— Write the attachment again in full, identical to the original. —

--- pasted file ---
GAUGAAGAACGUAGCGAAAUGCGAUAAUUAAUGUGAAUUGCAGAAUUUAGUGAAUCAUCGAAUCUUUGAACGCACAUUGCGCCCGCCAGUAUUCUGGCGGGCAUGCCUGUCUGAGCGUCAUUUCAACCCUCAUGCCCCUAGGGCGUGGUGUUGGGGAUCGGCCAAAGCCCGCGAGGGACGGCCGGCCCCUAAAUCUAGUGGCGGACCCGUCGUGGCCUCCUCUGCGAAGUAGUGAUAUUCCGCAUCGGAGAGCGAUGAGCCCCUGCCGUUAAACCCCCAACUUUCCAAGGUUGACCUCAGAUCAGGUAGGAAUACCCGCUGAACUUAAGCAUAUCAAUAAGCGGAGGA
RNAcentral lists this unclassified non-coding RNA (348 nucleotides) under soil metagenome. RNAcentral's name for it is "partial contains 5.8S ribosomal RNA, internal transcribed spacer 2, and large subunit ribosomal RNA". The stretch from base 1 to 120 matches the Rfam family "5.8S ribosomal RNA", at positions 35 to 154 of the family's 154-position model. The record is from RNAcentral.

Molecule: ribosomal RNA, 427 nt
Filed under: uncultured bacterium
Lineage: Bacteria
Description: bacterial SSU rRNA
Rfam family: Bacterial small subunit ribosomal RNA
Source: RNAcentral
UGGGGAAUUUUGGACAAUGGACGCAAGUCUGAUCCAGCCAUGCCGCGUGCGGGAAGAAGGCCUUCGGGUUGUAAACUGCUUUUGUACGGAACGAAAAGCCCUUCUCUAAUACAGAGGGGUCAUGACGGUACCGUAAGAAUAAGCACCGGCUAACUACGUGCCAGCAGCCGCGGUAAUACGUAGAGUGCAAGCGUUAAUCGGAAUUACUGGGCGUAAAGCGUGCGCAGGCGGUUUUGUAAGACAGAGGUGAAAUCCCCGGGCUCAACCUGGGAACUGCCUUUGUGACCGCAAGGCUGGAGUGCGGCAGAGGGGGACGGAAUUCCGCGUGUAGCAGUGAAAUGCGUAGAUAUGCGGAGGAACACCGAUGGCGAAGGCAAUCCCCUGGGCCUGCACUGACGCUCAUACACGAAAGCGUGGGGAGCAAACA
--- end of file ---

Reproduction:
GAUGAAGAACGUAGCGAAAUGCGAUAAUUAAUGUGAAUUGCAGAAUUUAGUGAAUCAUCGAAUCUUUGAACGCACAUUGCGCCCGCCAGUAUUCUGGCGGGCAUGCCUGUCUGAGCGUCAUUUCAACCCUCAUGCCCCUAGGGCGUGGUGUUGGGGAUCGGCCAAAGCCCGCGAGGGACGGCCGGCCCCUAAAUCUAGUGGCGGACCCGUCGUGGCCUCCUCUGCGAAGUAGUGAUAUUCCGCAUCGGAGAGCGAUGAGCCCCUGCCGUUAAACCCCCAACUUUCCAAGGUUGACCUCAGAUCAGGUAGGAAUACCCGCUGAACUUAAGCAUAUCAAUAAGCGGAGGA
RNAcentral lists this unclassified non-coding RNA (348 nucleotides) under soil metagenome. RNAcentral's name for it is "partial contains 5.8S ribosomal RNA, internal transcribed spacer 2, and large subunit ribosomal RNA". The stretch from base 1 to 120 matches the Rfam family "5.8S ribosomal RNA", at positions 35 to 154 of the family's 154-position model. The record is from RNAcentral.

Molecule: ribosomal RNA, 427 nt
Filed under: uncultured bacterium
Lineage: Bacteria
Description: bacterial SSU rRNA
Rfam family: Bacterial small subunit ribosomal RNA
Source: RNAcentral
UGGGGAAUUUUGGACAAUGGACGCAAGUCUGAUCCAGCCAUGCCGCGUGCGGGAAGAAGGCCUUCGGGUUGUAAACUGCUUUUGUACGGAACGAAAAGCCCUUCUCUAAUACAGAGGGGUCAUGACGGUACCGUAAGAAUAAGCACCGGCUAACUACGUGCCAGCAGCCGCGGUAAUACGUAGAGUGCAAGCGUUAAUCGGAAUUACUGGGCGUAAAGCGUGCGCAGGCGGUUUUGUAAGACAGAGGUGAAAUCCCCGGGCUCAACCUGGGAACUGCCUUUGUGACCGCAAGGCUGGAGUGCGGCAGAGGGGGACGGAAUUCCGCGUGUAGCAGUGAAAUGCGUAGAUAUGCGGAGGAACACCGAUGGCGAAGGCAAUCCCCUGGGCCUGCACUGACGCUCAUACACGAAAGCGUGGGGAGCAAACA